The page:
Supporters of legal abortion frequently make the case that there exist significant barriers to abortion access. They argue that pro-lifers have succeeded in imposing burdensome regulations that are forcing many abortion clinics to close.
They say that these closures have forced many women seeking abortions to travel considerable distances. Indeed, this summer the Guttmacher Institute released a study which tried to make this exact case. The announcement on the Guttmacher website indicates that the mean distance traveled by women to an abortion facility is 30 miles.
However, a closer look at the Guttmacher study reveals that the vast majority of women who obtain abortions actually live in close proximity to an abortion facility. Indeed, the 30-mile mean distance statistic trumpeted on the Guttmacher press release is misleading. A mean distance can be easily distorted by a small number of women who travel very long distances to obtain an abortion. According to the study, the median (50th percentile) distance that a women traveled to obtain an abortion is only 15 miles.
The Guttmacher study, to its credit, is thorough and rigorous. The authors utilize the 2008 abortion patient survey which received responses from over 9,000 women seeking abortions at one of 107 randomly selected abortion providers. The authors break down their results by race, region of the country, income, and other demographic categories. The authors also run a series of regressions to hold constant multiple demographic variables.
However, there also exist some methodological concerns – which likely exaggerate the average distance the women traveled to obtain an abortion. For instance, the authors admit that they could not calculate the travel distances for the 12 percent of the women who filled out a questionnaire but failed to provide their zipcode. These women were disproportionately minority, low income, and had fewer years of formal education. The study indicates that women from each of these demographic groups were statistically more likely to travel less than 25 miles to obtain an abortion.
Furthermore, the authors also acknowledge that 18 percent of the women were not obtaining an abortion at the facility closest to them and were traveling at least 10 miles farther than necessary. The study does not provide any additional information about the characteristics of these women. However, it does show that the mean distance was increased by some women who chose to travel to an abortion facility that was not the closest to them. An interesting follow-up study would be to calculate how close these women lived to the nearest abortion entity – instead of the entity from which they obtained the abortion.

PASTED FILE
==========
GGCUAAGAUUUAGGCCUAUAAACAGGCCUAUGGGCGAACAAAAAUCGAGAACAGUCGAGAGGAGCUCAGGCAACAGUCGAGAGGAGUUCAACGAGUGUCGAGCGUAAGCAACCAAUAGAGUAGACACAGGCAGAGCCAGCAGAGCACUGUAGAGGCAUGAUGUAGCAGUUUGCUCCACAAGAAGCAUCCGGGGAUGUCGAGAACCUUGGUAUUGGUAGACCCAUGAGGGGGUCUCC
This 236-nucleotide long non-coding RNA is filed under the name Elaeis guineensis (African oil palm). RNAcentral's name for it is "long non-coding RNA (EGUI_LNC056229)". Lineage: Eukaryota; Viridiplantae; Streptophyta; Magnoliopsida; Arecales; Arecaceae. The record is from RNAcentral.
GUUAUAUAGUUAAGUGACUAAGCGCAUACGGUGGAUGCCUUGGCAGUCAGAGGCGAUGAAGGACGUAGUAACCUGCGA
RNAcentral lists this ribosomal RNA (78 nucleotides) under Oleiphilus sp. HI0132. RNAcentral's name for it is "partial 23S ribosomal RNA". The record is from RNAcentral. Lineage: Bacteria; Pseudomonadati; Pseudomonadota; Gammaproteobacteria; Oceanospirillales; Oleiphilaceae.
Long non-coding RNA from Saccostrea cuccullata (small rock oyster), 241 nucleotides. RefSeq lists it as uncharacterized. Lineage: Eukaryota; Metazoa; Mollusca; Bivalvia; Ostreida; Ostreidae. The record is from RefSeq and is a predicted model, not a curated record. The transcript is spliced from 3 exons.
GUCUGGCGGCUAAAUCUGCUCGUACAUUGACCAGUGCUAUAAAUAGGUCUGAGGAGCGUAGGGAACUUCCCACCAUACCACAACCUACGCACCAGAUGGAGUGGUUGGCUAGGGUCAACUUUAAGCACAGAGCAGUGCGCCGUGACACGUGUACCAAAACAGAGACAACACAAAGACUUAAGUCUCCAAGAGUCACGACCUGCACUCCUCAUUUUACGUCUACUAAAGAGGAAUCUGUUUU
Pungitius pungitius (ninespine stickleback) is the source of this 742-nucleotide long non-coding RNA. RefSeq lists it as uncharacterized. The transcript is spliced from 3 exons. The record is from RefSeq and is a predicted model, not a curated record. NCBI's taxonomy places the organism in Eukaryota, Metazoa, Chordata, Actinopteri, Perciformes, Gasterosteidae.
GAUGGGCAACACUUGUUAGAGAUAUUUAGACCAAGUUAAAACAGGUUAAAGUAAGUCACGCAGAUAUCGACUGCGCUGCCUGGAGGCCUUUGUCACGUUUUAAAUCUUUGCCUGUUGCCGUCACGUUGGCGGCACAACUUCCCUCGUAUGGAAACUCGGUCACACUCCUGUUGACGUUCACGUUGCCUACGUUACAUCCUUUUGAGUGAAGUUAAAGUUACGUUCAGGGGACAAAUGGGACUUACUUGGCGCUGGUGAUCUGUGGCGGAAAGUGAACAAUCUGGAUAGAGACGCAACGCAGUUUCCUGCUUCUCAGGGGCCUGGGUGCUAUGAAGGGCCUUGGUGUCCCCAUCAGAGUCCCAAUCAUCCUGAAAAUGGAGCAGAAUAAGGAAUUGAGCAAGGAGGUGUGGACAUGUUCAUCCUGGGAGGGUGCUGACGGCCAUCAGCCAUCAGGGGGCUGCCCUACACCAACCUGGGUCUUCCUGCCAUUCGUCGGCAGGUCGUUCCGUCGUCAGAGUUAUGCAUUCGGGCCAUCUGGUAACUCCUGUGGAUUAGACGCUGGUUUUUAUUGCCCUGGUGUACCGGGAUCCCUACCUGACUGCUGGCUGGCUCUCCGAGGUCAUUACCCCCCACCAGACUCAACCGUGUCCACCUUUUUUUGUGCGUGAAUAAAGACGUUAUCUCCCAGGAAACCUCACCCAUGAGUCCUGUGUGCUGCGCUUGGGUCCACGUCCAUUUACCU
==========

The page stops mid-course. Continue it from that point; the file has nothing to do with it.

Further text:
More importantly, the results are heavily skewed by geography. Less than 10 percent of women residing in the Northeast or the West traveled more than 50 miles to obtain an abortion. The figures were higher for women residing in the South and Midwest. However, even among these women fewer than 25 percent traveled more than 50 miles to obtain an abortion. Part of the reason why travel distances are higher in the South and Midwest is because there are fewer abortion facilities in these regions of the country. However, it is also because a higher percentage of women who reside in these regions live in rural areas which tend to be less likely to have an abortion center.
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The lone abortion center in Mississippi has received plenty of media coverage as have allegations that recently passed pro-life legislation in Texas will result in the closure of a significant number of abortion centers in that state. It is true that there are parts of the South and Midwest where women seeking abortions have to travel a considerable distance. However, a more balanced analysis of this Guttmacher study is that the vast majority of women seeking abortions live in relatively close proximity to an abortion facility.
LifeNews Note: Dr. Michael New is a Research Associate at Reproductive Research Audit, an Assistant Professor at The University of Michigan – Dearborn and an Associate Scholar of the Charlotte Lozier Institute. Reprinted with permission from Reproductive Research Audit.